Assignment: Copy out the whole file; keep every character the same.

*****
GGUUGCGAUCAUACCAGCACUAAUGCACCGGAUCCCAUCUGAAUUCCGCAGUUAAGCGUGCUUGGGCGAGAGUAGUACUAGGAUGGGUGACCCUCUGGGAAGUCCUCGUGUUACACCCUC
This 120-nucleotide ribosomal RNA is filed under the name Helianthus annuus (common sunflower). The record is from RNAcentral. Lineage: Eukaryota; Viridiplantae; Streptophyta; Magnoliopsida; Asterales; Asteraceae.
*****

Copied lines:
GGUUGCGAUCAUACCAGCACUAAUGCACCGGAUCCCAUCUGAAUUCCGCAGUUAAGCGUGCUUGGGCGAGAGUAGUACUAGGAUGGGUGACCCUCUGGGAAGUCCUCGUGUUACACCCUC
This 120-nucleotide ribosomal RNA is filed under the name Helianthus annuus (common sunflower). The record is from RNAcentral. Lineage: Eukaryota; Viridiplantae; Streptophyta; Magnoliopsida; Asterales; Asteraceae.